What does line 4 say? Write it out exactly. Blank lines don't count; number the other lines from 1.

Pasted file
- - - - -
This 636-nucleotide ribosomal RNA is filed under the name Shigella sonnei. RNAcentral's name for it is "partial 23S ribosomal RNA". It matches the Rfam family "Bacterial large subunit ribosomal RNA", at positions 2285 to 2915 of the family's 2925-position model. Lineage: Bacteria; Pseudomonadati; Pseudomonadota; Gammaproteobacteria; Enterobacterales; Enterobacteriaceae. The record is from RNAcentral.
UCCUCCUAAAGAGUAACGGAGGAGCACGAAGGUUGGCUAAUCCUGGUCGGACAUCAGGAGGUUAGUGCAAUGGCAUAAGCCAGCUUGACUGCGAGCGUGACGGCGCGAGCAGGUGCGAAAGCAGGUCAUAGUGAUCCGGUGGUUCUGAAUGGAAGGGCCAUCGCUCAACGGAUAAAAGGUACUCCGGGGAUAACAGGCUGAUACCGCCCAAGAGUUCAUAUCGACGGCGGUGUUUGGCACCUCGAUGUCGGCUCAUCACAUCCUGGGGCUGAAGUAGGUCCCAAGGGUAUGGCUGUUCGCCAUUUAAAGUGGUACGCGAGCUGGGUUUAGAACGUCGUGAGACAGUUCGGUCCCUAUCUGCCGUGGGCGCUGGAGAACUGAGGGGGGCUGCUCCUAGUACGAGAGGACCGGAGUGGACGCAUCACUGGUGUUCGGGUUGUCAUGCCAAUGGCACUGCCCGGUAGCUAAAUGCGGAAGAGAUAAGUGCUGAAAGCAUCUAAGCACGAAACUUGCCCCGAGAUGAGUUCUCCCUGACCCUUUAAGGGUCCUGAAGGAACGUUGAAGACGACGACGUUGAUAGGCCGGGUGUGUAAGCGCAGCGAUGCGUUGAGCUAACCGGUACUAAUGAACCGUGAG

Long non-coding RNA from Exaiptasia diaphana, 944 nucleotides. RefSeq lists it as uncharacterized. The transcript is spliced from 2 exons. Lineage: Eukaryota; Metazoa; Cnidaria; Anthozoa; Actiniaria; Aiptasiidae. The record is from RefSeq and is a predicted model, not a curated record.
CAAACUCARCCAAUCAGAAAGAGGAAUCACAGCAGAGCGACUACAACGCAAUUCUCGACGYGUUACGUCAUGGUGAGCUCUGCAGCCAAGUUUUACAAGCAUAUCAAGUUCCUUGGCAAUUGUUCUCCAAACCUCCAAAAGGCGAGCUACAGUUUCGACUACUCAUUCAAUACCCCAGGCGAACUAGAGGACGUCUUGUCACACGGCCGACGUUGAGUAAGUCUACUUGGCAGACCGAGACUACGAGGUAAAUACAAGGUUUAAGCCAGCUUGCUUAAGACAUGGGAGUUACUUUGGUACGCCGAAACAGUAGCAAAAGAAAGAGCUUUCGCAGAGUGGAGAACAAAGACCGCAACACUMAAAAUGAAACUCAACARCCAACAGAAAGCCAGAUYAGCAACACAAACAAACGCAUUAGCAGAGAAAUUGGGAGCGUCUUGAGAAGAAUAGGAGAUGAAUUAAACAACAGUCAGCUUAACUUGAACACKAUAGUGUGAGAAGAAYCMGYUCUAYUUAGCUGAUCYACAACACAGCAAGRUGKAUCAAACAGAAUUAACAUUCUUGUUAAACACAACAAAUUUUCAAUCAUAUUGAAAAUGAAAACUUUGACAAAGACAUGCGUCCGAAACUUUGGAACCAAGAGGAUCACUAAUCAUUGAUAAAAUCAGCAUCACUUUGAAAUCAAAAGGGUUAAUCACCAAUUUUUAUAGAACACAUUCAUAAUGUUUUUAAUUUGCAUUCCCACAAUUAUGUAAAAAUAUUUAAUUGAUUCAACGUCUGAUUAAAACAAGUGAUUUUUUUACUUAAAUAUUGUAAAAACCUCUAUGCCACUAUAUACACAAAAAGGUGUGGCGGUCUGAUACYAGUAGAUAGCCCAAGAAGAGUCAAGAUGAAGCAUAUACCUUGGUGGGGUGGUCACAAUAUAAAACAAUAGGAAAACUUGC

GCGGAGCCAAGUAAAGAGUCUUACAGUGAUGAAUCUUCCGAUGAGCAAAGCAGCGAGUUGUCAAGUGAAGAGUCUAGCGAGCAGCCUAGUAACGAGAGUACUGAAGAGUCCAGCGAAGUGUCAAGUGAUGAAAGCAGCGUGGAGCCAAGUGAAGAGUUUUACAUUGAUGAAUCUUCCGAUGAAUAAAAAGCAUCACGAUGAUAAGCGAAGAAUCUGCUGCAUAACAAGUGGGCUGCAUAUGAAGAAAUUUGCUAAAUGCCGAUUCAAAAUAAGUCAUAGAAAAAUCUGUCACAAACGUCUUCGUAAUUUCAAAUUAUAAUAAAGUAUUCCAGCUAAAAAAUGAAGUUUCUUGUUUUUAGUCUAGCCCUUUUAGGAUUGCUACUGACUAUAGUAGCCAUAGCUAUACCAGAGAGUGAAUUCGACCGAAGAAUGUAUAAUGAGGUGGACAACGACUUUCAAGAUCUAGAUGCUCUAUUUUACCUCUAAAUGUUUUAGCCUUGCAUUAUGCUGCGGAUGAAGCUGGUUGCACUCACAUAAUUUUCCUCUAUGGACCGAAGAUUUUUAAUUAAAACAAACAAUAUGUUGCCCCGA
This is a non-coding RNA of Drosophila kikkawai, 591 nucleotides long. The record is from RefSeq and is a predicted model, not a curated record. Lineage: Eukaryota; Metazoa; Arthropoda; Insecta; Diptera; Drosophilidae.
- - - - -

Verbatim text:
CAAACUCARCCAAUCAGAAAGAGGAAUCACAGCAGAGCGACUACAACGCAAUUCUCGACGYGUUACGUCAUGGUGAGCUCUGCAGCCAAGUUUUACAAGCAUAUCAAGUUCCUUGGCAAUUGUUCUCCAAACCUCCAAAAGGCGAGCUACAGUUUCGACUACUCAUUCAAUACCCCAGGCGAACUAGAGGACGUCUUGUCACACGGCCGACGUUGAGUAAGUCUACUUGGCAGACCGAGACUACGAGGUAAAUACAAGGUUUAAGCCAGCUUGCUUAAGACAUGGGAGUUACUUUGGUACGCCGAAACAGUAGCAAAAGAAAGAGCUUUCGCAGAGUGGAGAACAAAGACCGCAACACUMAAAAUGAAACUCAACARCCAACAGAAAGCCAGAUYAGCAACACAAACAAACGCAUUAGCAGAGAAAUUGGGAGCGUCUUGAGAAGAAUAGGAGAUGAAUUAAACAACAGUCAGCUUAACUUGAACACKAUAGUGUGAGAAGAAYCMGYUCUAYUUAGCUGAUCYACAACACAGCAAGRUGKAUCAAACAGAAUUAACAUUCUUGUUAAACACAACAAAUUUUCAAUCAUAUUGAAAAUGAAAACUUUGACAAAGACAUGCGUCCGAAACUUUGGAACCAAGAGGAUCACUAAUCAUUGAUAAAAUCAGCAUCACUUUGAAAUCAAAAGGGUUAAUCACCAAUUUUUAUAGAACACAUUCAUAAUGUUUUUAAUUUGCAUUCCCACAAUUAUGUAAAAAUAUUUAAUUGAUUCAACGUCUGAUUAAAACAAGUGAUUUUUUUACUUAAAUAUUGUAAAAACCUCUAUGCCACUAUAUACACAAAAAGGUGUGGCGGUCUGAUACYAGUAGAUAGCCCAAGAAGAGUCAAGAUGAAGCAUAUACCUUGGUGGGGUGGUCACAAUAUAAAACAAUAGGAAAACUUGC